Their set mission is to produce something which will have the kids coming back for more, regardless of supply from other dealers/gangs. Having no knowledge of the science, they work on the “hit or miss” principle. Try Draino – see what happens. Try brake fluid – see what happens, and so on.

    No, they don’t intend killing anybody – yes it’s bad for business. Fortunately, very few die. Nonetheless, the “unintended consequences” are horrendous. Our youngest son grew up in a rural community where locally grown, healthy weed was always available. For over a decade there was never a problem.

    Then he finished high school, started work in Brisbane, and hooked into the local hydro grown weed supply. It took over a month to clean up the resultant mess. That was six years ago. Now he funnels similarly damaged souls to us, they stay here, and we help clean them up. Like we did with him. We’re a sort of unofficial “half-way house”.

    Truth is, most of you commenting haven’t got a fuck what you’re talking about. The line above – “this idea that the drugs on the street are cut with drain-cleaner” demonstrates the point. The conversion is specifically about weed. Weed is not “cut” with anything. Yes, other drugs apparently are. I claim no knowledge of that. But hydro grown weed grown for the gangs to distribute is most certainly adulterated by feeding it all manner of substances while it’s growing, in an attempt to increase its potency and/or addictiveness.

    There are entire websites devoted to this, if you know where to look.

  129. Armadillo

    Listening to Dan this morning on Al Jones, with his mother, explaining how the cannabis relieves his symptoms from the effects of chemotherapy (violent vomiting, 5kg weight loss per week, loss of appetite) was amazing. His mother’s a nurse and his father was a cop.

    Just been reading this thread (the second page anyway), and then flipped back to the first. I actually know these people (well Dans father anyway). Years ago as a finance broker, I went to their house and did an interview. Really nice people. The father was a very well respected policeman here, and he did a lot of volunteer work for kids and such. Dan was probably sitting in the corner doing his homework or something. Years later, life is cruel.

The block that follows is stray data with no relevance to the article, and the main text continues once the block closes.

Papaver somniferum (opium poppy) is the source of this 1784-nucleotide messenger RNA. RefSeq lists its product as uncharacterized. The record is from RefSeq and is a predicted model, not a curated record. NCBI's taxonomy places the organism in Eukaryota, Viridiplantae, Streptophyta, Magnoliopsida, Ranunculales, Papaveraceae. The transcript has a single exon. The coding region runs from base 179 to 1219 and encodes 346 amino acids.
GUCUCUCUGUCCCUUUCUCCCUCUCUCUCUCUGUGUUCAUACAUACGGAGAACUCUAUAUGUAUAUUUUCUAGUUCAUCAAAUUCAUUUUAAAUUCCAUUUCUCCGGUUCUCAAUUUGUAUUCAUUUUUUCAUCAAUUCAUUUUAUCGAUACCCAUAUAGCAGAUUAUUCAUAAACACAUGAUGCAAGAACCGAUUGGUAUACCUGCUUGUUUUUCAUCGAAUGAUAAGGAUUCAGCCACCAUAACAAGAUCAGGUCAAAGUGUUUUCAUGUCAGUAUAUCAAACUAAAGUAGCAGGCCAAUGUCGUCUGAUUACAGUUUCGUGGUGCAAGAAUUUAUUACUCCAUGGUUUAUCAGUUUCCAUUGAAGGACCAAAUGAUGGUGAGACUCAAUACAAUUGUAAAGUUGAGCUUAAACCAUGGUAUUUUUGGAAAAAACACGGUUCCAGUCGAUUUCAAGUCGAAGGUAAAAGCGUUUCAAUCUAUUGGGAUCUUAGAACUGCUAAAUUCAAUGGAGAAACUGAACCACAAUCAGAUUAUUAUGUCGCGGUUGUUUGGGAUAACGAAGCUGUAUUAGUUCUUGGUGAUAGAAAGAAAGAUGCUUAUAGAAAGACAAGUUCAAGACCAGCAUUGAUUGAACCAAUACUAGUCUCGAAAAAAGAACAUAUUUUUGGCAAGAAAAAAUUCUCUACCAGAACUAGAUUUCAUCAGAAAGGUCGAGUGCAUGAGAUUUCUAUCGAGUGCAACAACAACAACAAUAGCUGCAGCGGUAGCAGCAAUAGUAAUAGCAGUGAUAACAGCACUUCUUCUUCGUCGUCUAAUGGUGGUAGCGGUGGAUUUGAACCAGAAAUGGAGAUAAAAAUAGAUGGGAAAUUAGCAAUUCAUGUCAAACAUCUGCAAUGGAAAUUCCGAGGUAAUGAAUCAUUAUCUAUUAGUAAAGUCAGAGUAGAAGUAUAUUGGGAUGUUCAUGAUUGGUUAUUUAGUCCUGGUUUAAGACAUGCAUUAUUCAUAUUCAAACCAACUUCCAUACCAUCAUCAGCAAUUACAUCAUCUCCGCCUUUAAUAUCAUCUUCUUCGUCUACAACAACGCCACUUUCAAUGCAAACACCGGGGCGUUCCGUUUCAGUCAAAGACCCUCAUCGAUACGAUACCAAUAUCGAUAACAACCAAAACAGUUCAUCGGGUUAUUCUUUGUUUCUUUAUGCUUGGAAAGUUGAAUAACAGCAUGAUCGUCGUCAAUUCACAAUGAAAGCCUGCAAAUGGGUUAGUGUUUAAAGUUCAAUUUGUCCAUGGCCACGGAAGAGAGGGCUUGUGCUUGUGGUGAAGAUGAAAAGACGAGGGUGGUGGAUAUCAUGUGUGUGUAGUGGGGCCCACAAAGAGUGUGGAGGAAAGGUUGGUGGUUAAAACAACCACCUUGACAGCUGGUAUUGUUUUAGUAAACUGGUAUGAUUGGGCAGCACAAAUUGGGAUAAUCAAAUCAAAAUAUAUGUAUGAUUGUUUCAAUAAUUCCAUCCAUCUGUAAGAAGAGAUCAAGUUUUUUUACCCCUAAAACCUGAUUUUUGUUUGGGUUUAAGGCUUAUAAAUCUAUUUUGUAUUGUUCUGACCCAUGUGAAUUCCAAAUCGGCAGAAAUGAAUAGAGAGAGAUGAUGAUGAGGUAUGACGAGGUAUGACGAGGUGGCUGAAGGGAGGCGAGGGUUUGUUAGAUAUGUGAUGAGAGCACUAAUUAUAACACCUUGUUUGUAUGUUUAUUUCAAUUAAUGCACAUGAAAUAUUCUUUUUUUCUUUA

I opened Kevin Andersons first electricity account (in another life). Mrs A opened his bank account the same day he got into town. He’s a good bloke (he was a news reader and played in a popular local rock band on weekends). Both these guys aren’t idiots. They are sensible and ‘down to earth’. They would have thought this through. It wouldn’t have been some sort of conspiracy to legalise marijuana as some have suggested. Where do I sign this petition?

  130. john constantine

    i could understand why my rasta mate would inject the growing buds with drambuie, as an experiment, but when i recommend that australia grow a genetically even medical marijuana for domestic and export, that is to distinguish it from the ‘gone overboard’ hydroskunk stuff, with god knows what injected in the massively potent buds.

    south australia for example sees a big difference between a bushy leafy outdoor plant, and indoor hydro things budded from top to bottom and dripping and oozing with gum. fines and court attention accordingly.

    medical marijuana needs to be consistent–it is for sick people. industrial agriculture provides a consistent quality product, processed into a tincture for ease of use, and a reliable consistent dose for the sick.

    completely different to hydroskunk.

  131. Percy

    Where do I sign this petition?

    Rafe has the link at the start of his article Armadillo

  132. Armadillo

    i could understand why my rasta mate would inject the growing buds with drambuie